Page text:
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Am J Obstet Gynecol. 2006 Dec;195(6):1521-6. Epub 2006 May 24.

The association between time of birth and fetal injury resulting in death.

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  • 1Department of Obstetrics and Gynecology, University of South Florida/Tampa General Hospital, Tampa, FL, USA.

Abstract

OBJECTIVE:

In obstetrics, the care of patients in labor or with emergencies takes place day and night. Birth-related injury is among the worst of obstetric outcomes. This study sought to examine the relationship between time of birth and fetal injury resulting in death.

STUDY DESIGN:

The Birth-Related Neurologic Injury Compensation Association (NICA) is a Florida organization that pays for the care of infants >2500 g with birth-related brain or spinal cord injury resulting in permanent impairment. We conducted a case-control study using all deaths from the NICA database from 1989 to 2002. Data were collected on the antepartum, intrapartum, and postpartum care of the mother and fetus/child. Time of birth was identified for all cases and compared with a randomly selected control group of 1000 births in 1996 from Florida.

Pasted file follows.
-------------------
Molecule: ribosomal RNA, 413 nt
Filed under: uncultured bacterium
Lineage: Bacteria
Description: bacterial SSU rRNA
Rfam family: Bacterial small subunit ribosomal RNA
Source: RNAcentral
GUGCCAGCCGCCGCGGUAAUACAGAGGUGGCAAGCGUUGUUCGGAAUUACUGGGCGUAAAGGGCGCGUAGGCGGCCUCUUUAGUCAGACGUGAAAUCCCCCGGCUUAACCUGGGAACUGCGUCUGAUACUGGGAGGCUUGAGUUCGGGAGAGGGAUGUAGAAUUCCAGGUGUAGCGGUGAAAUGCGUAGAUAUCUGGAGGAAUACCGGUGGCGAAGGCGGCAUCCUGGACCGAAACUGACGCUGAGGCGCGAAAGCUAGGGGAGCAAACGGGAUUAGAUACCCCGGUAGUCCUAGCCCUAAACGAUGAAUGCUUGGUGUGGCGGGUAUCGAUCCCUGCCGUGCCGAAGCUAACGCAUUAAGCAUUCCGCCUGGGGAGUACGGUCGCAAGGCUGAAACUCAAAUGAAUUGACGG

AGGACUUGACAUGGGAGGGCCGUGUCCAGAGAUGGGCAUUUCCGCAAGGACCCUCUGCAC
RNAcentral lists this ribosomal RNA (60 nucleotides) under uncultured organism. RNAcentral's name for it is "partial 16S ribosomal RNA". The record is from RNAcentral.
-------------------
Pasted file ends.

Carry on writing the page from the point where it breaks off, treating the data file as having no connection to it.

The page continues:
RESULTS:

Eighty deaths were identified in the NICA database of 447 total cases. Of the 80 cases, 36/80 (45%) were born from 11 pm to 8 am. Of the 999 controls (1 certificate sealed for adoption) 281 (28.1%) were born from 11 pm to 8 am. This yields an odds ratio of 2.09 (95% CI 1.29-3.40) for the association of nighttime birth with fetal injury resulting in death.

CONCLUSION:

Fetuses sustaining injuries resulting in death were more than twice as likely as controls to have been born from 11 pm to 8 am. Further studies are needed to determine the factors that affect this association and what changes might need to be made to optimize care regardless of time of day or night.

[PubMed - indexed for MEDLINE]
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